Took to the water on a river and canal cruise from near the castle down to the entertainment district of Dotonburi. Started on the Ogawa (literally ‘The River’), then turned off onto the Dotonbori canal. This waterway runs for most of its length under an expressway giving it an industrial feel – there are old buildings here that probably haven’t seen daylight in many decades. At one point we stopped ahead of some lock gates, and waited while a swing gate rose up out of the water behind us – the level of the canal and the river are slightly different, and this also helps in times of potential flood to keep the area around the canal from flooding.

Got to Dotonburi and strolled one section of the canalside walkway. There is a serious intent to promote these parts of the city as a kind of Venice or Amsterdam – and with the crazy signage and lights around Dotonburi I’d say they are succeeding. Took a ride on the Don Quixote (discount store) vertical ferris wheel – great fun and good views.

Yaeko found a Nintendo DS version of Yaketate Japan, an anime about baking that James liked…

Then to the evening entertainment. I’d booked a Bar Hopping Food Tour around Namba for the evening https://www.magical-trip.com/product/a9a2ebd9-ced6-4793-a0cf-14488d92b03a. Met with our guide, the brilliant Yaeko Tanaka, and a couple from San Diego Jason and Taryn. Luckily for us the other 4 people who’d booked didn’t turn up, so we had a nice little group.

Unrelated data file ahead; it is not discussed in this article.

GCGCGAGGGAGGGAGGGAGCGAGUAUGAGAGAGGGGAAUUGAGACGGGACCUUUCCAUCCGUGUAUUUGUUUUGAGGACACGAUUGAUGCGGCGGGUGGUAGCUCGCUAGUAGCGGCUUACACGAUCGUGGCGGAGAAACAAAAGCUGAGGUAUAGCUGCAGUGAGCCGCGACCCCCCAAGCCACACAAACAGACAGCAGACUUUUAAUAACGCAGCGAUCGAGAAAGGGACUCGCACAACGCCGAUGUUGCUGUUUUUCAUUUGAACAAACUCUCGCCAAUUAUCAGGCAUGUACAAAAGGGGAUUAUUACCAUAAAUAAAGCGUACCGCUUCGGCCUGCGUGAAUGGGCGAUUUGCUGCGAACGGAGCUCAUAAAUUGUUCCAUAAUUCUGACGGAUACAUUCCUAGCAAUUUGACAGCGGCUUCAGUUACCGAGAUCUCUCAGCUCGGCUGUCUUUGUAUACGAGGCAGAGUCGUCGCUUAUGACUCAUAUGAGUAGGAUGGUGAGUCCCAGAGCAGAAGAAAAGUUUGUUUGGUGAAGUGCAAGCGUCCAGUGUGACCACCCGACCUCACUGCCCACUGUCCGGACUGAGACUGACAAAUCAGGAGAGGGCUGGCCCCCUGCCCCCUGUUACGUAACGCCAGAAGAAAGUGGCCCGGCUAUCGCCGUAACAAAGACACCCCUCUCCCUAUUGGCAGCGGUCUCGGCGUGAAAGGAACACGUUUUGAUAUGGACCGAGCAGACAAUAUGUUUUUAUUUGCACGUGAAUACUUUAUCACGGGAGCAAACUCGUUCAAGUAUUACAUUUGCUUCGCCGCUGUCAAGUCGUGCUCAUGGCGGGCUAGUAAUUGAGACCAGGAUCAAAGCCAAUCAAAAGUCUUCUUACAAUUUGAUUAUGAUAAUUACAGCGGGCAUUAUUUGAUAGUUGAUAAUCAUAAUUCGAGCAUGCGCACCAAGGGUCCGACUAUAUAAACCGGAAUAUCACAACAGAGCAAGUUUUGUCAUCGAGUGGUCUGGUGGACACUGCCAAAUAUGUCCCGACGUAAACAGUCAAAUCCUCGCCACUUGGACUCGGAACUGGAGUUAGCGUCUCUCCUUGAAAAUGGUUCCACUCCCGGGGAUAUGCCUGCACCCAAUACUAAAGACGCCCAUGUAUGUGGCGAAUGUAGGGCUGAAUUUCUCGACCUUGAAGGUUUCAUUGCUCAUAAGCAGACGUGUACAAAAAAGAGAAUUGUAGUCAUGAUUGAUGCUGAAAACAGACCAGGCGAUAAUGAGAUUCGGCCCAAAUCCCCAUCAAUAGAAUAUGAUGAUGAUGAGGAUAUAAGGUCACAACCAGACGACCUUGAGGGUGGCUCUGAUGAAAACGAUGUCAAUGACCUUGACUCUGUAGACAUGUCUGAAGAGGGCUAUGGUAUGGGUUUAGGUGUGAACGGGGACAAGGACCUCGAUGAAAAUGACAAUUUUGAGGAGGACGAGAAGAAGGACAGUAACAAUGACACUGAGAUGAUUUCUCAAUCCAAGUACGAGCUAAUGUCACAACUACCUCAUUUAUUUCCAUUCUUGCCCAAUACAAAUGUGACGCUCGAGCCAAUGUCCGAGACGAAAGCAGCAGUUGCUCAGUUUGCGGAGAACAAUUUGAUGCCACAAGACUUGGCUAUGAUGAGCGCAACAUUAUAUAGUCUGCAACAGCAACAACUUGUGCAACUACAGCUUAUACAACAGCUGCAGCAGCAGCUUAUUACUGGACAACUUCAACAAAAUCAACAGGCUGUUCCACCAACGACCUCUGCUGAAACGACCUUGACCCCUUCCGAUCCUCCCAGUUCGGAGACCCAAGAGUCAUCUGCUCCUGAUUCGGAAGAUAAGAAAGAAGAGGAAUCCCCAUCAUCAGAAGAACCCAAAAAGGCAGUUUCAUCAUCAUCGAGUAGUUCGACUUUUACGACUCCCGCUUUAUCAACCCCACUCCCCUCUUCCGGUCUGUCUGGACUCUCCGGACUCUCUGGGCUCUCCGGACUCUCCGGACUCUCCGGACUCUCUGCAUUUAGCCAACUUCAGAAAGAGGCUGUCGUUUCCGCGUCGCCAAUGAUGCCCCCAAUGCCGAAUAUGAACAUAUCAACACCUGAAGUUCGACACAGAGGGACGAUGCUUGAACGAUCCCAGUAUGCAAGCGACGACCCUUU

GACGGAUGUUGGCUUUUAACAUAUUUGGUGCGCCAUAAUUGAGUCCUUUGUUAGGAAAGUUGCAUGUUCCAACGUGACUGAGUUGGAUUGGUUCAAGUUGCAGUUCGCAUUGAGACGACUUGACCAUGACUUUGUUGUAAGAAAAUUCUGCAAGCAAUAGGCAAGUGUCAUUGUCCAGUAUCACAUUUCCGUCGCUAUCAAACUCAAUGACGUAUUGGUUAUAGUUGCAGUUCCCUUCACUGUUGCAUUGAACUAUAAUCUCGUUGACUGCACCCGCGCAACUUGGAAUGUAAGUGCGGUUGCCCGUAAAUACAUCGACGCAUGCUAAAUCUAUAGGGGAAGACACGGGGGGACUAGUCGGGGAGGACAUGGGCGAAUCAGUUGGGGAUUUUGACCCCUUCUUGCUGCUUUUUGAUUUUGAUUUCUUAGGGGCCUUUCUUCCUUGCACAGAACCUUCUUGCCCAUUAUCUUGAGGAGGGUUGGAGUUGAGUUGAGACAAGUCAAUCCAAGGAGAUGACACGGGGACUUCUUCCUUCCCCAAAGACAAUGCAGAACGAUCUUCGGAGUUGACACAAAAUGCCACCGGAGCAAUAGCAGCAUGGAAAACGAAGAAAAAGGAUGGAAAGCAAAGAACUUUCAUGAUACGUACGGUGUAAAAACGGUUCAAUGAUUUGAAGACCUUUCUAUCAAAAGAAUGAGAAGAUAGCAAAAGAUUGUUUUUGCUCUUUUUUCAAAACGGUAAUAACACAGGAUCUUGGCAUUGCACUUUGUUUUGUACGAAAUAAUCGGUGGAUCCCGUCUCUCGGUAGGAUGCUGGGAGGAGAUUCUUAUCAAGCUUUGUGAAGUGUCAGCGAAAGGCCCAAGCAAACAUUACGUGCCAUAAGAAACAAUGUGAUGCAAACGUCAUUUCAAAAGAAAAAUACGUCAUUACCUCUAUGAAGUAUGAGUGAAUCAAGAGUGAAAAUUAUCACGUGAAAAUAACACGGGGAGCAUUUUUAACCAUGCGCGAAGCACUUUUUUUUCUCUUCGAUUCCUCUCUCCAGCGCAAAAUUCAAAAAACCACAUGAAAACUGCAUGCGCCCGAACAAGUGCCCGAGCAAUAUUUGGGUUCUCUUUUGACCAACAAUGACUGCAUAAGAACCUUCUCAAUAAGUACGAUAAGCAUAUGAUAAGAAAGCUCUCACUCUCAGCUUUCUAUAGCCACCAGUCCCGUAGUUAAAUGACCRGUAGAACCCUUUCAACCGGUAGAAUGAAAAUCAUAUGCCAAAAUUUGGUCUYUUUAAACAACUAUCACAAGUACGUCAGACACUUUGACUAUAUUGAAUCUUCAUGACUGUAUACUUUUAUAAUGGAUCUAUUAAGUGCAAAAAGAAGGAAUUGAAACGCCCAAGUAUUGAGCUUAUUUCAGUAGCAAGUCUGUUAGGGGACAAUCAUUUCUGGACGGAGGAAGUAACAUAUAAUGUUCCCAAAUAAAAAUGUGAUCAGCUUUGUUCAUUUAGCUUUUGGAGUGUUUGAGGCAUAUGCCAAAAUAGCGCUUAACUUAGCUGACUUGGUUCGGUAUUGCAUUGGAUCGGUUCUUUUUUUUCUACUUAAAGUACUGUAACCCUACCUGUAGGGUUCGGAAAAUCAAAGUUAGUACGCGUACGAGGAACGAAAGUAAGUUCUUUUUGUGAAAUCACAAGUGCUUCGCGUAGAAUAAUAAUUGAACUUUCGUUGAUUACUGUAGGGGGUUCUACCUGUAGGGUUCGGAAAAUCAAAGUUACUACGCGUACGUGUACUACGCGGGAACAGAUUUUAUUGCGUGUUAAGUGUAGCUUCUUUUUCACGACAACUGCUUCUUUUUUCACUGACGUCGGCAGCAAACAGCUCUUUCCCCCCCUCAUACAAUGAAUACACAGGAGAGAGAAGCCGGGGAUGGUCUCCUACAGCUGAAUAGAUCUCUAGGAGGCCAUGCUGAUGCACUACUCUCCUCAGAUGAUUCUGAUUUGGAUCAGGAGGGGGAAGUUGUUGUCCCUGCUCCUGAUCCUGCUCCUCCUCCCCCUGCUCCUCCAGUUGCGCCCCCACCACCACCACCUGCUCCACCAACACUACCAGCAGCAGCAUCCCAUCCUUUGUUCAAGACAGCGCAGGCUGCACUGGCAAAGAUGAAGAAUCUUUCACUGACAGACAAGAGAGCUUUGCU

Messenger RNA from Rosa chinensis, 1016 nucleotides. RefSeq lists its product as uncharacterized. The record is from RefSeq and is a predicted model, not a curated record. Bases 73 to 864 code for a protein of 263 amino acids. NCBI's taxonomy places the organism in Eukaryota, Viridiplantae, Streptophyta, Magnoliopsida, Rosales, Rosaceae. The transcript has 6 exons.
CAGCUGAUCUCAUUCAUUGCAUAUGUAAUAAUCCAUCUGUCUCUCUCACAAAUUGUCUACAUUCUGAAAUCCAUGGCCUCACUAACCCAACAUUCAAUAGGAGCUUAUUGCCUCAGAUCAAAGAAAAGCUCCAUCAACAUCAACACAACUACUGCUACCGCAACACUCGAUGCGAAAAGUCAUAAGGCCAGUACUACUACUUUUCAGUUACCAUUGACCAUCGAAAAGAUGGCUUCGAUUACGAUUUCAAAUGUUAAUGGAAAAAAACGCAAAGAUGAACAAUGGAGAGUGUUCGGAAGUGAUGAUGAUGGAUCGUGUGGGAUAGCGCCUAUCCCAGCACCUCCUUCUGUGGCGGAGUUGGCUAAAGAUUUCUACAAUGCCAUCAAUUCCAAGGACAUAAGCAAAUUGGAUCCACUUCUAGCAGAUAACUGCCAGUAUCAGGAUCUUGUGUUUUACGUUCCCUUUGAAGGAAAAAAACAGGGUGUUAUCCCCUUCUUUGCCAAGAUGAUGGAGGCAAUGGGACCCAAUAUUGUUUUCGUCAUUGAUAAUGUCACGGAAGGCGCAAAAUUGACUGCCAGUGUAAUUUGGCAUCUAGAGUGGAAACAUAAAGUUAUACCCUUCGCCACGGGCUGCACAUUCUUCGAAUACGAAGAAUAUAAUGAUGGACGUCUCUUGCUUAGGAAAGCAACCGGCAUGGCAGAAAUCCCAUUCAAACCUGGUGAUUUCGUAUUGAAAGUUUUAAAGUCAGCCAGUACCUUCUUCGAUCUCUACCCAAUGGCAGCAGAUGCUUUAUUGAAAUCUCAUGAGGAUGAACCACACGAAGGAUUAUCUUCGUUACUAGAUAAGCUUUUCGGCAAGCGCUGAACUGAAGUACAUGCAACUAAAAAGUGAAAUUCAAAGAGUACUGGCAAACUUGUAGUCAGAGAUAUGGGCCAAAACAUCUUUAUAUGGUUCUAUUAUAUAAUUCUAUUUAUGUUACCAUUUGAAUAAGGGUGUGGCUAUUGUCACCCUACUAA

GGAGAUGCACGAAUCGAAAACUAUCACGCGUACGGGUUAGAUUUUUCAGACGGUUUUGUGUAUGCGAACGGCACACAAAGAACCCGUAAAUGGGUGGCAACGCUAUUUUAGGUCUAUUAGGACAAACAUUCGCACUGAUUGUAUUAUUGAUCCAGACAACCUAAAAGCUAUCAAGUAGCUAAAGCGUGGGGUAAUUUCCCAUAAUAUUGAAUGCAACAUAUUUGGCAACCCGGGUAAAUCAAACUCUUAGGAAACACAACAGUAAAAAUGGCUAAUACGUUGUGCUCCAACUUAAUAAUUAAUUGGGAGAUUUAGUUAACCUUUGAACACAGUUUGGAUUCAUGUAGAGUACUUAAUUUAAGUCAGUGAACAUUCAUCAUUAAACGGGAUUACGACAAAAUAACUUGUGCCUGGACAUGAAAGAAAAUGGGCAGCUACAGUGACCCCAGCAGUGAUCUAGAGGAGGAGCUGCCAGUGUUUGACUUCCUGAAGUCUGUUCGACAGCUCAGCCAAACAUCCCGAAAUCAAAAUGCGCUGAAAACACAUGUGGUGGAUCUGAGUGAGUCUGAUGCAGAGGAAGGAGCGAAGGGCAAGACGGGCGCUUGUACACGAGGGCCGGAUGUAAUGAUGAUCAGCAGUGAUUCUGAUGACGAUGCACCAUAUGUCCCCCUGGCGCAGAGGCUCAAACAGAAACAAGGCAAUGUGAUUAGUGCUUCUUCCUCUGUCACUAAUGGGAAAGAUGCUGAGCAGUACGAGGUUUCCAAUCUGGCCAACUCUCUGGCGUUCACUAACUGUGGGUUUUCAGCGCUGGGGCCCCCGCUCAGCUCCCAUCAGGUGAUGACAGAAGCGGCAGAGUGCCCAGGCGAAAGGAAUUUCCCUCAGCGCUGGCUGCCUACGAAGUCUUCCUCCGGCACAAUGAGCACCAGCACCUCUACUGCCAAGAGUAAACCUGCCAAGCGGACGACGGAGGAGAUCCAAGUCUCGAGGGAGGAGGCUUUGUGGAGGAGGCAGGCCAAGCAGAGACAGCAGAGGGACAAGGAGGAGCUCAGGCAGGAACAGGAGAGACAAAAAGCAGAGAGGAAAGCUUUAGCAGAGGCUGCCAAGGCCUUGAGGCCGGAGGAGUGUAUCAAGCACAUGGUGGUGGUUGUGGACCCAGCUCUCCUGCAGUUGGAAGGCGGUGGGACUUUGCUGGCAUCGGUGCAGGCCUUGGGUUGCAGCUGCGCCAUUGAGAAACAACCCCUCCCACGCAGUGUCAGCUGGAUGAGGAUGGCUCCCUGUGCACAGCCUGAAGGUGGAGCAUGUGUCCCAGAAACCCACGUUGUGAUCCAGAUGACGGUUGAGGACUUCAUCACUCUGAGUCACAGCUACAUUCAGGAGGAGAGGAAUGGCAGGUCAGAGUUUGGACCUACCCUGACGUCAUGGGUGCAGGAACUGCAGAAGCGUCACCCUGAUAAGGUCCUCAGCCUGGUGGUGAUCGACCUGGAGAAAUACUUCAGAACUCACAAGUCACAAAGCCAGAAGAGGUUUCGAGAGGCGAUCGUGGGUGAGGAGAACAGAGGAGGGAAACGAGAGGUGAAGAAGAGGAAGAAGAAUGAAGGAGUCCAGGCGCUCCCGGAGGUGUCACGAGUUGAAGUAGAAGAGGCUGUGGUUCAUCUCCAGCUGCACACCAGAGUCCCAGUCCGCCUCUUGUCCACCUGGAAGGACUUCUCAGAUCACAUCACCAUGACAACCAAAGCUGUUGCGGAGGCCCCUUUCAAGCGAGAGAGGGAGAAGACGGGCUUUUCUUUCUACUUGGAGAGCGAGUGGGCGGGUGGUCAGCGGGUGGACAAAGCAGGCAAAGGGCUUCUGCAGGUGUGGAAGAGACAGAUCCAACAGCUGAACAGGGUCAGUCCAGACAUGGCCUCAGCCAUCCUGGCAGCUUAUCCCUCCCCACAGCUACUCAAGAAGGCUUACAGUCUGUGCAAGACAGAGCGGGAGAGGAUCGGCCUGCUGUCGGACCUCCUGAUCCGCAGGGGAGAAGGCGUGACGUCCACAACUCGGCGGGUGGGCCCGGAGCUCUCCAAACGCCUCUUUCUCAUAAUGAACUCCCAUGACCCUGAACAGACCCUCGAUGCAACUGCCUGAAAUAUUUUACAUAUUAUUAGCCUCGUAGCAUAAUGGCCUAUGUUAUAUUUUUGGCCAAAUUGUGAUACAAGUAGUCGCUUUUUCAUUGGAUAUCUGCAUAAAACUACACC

Visited 3 different izakaya, and tried kushiage (deep fried skewers of different foods), oden (simmered foods) and then finished at Uranamba Torameyokocho, which was a great little food court style of restaurant with 9 different places selling food. Finally got to try seared chicken sashimi – yes, raw! – was very tasty. Finished with lots of sake and then a stroll to the Glico sign by the Ebisu Bridge. A brilliant evening. https://www.instagram.com/p/BsAT1r7na5k/

KFC update: during our discussions I mentioned the KFC thing to Yaeko. Turns out that if I’d pitched up there in the evening, I wouldn’t have found anything special – in fact all the Christmas specials would have sold out long before. Turns out they almost always order in advance, and even pick up in the morning – then reheat in the evening! Yaeko said it wasn’t so good after having to do that…